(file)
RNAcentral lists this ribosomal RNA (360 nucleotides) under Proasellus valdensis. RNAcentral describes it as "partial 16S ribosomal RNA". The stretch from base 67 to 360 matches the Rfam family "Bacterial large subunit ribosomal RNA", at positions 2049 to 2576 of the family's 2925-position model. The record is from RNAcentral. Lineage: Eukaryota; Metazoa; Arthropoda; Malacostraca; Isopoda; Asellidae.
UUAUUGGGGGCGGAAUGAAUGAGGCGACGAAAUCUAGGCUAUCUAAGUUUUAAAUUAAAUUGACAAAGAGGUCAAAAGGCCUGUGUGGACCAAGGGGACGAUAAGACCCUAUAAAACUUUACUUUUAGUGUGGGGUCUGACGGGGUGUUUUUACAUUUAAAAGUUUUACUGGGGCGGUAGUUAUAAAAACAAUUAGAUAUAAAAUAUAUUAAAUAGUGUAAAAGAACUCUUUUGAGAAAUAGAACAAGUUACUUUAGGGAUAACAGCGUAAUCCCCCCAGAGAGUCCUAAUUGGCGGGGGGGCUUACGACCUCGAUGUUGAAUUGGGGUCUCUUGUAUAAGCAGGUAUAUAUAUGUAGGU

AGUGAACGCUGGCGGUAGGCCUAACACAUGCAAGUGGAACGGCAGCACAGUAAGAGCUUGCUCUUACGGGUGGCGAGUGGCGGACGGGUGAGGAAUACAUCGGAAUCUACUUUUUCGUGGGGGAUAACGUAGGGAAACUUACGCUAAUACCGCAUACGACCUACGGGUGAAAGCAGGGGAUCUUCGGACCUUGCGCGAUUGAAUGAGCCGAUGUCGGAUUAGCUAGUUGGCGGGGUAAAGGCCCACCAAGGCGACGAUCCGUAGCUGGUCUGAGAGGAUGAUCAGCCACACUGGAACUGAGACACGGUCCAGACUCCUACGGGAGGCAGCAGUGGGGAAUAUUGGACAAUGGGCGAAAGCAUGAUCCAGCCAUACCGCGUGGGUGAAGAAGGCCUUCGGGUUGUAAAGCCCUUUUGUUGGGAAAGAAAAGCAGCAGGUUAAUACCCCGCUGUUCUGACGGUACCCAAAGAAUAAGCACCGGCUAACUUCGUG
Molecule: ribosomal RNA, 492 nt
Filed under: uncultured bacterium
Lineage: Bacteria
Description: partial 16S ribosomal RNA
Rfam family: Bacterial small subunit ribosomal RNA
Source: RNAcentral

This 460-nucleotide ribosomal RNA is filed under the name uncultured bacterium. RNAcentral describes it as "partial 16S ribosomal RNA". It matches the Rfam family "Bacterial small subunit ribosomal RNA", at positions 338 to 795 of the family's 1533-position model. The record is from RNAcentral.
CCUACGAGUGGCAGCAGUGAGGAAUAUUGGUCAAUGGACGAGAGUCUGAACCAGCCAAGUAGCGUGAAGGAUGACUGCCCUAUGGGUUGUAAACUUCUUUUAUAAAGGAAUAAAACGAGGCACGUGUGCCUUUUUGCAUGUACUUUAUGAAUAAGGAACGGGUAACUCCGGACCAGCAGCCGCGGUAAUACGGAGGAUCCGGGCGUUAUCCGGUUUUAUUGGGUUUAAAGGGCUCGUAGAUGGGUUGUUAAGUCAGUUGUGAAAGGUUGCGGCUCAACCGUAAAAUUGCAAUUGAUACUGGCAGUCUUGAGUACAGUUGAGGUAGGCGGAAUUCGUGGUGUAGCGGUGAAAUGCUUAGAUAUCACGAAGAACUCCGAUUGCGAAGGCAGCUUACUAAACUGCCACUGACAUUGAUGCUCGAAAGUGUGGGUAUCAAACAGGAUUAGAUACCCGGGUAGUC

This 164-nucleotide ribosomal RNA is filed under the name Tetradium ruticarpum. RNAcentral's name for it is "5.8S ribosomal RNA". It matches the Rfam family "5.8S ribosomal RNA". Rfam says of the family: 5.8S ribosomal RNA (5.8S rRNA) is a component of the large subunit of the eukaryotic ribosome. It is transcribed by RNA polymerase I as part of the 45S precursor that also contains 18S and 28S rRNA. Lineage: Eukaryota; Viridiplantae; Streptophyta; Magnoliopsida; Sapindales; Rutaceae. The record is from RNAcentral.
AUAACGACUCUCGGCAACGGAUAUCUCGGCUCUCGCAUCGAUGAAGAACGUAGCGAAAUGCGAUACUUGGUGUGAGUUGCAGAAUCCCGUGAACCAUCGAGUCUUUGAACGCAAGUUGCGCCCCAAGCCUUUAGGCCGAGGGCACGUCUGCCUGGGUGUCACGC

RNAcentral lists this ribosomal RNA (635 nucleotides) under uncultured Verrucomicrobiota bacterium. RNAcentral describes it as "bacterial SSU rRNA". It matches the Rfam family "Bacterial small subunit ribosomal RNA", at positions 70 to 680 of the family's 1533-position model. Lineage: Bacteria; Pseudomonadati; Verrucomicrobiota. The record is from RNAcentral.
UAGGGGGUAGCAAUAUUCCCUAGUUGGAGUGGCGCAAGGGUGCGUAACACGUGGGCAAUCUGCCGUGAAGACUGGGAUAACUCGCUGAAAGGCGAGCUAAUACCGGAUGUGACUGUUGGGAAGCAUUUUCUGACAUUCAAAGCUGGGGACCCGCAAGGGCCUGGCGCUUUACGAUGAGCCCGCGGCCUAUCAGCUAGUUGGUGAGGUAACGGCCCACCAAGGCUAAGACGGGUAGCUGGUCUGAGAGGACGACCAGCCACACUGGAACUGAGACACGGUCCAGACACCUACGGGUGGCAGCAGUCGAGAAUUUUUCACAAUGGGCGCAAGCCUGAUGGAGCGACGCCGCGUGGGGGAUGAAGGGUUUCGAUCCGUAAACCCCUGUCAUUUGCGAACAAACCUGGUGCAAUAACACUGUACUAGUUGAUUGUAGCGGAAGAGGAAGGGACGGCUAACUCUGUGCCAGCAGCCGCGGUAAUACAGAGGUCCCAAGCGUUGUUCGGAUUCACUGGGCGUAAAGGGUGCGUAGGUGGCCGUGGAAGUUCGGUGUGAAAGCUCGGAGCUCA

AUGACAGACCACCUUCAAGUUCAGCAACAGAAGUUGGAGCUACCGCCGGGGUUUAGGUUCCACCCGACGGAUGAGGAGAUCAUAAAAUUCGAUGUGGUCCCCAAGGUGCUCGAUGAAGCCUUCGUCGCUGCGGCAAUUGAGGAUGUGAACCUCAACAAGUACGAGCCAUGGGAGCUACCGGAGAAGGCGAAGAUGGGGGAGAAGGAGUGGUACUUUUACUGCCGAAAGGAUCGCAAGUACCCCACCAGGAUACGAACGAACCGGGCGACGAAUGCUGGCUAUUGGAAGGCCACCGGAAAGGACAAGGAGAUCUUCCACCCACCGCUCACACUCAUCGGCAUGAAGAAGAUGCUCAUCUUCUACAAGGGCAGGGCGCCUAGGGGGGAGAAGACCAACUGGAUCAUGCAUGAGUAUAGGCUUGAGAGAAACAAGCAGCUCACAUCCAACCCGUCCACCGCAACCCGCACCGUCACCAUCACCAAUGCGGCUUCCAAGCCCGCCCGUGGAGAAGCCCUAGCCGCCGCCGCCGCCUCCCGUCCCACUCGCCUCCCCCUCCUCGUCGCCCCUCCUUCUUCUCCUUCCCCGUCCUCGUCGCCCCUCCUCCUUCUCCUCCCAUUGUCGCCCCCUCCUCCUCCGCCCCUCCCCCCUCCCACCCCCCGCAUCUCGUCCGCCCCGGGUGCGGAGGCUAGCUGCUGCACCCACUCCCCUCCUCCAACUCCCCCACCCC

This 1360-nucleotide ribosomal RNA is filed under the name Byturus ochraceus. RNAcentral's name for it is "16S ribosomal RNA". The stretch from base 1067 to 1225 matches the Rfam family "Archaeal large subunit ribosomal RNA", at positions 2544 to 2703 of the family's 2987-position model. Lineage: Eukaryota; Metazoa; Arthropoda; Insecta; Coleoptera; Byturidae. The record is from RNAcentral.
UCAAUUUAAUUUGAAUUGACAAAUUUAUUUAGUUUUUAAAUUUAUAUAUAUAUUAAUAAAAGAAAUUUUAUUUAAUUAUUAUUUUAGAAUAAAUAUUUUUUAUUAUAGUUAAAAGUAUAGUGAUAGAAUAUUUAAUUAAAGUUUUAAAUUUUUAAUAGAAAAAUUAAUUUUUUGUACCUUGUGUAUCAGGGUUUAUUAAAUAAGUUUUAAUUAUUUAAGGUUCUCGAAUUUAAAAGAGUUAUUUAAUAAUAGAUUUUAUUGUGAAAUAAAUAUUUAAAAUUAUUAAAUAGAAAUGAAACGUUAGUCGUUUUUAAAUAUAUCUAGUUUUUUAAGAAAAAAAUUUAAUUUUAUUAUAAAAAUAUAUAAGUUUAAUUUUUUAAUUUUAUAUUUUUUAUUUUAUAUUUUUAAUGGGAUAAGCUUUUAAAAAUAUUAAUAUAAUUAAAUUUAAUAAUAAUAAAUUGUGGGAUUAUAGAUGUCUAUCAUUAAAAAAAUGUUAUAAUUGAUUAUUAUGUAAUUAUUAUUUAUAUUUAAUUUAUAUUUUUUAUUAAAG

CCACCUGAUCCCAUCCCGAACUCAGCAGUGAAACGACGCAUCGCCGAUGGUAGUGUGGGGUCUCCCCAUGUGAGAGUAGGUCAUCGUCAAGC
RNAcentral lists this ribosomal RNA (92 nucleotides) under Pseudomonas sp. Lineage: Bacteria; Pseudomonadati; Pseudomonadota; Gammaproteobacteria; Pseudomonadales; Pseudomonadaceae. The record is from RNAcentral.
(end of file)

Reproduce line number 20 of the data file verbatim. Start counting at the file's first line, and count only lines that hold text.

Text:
RNAcentral lists this ribosomal RNA (92 nucleotides) under Pseudomonas sp. Lineage: Bacteria; Pseudomonadati; Pseudomonadota; Gammaproteobacteria; Pseudomonadales; Pseudomonadaceae. The record is from RNAcentral.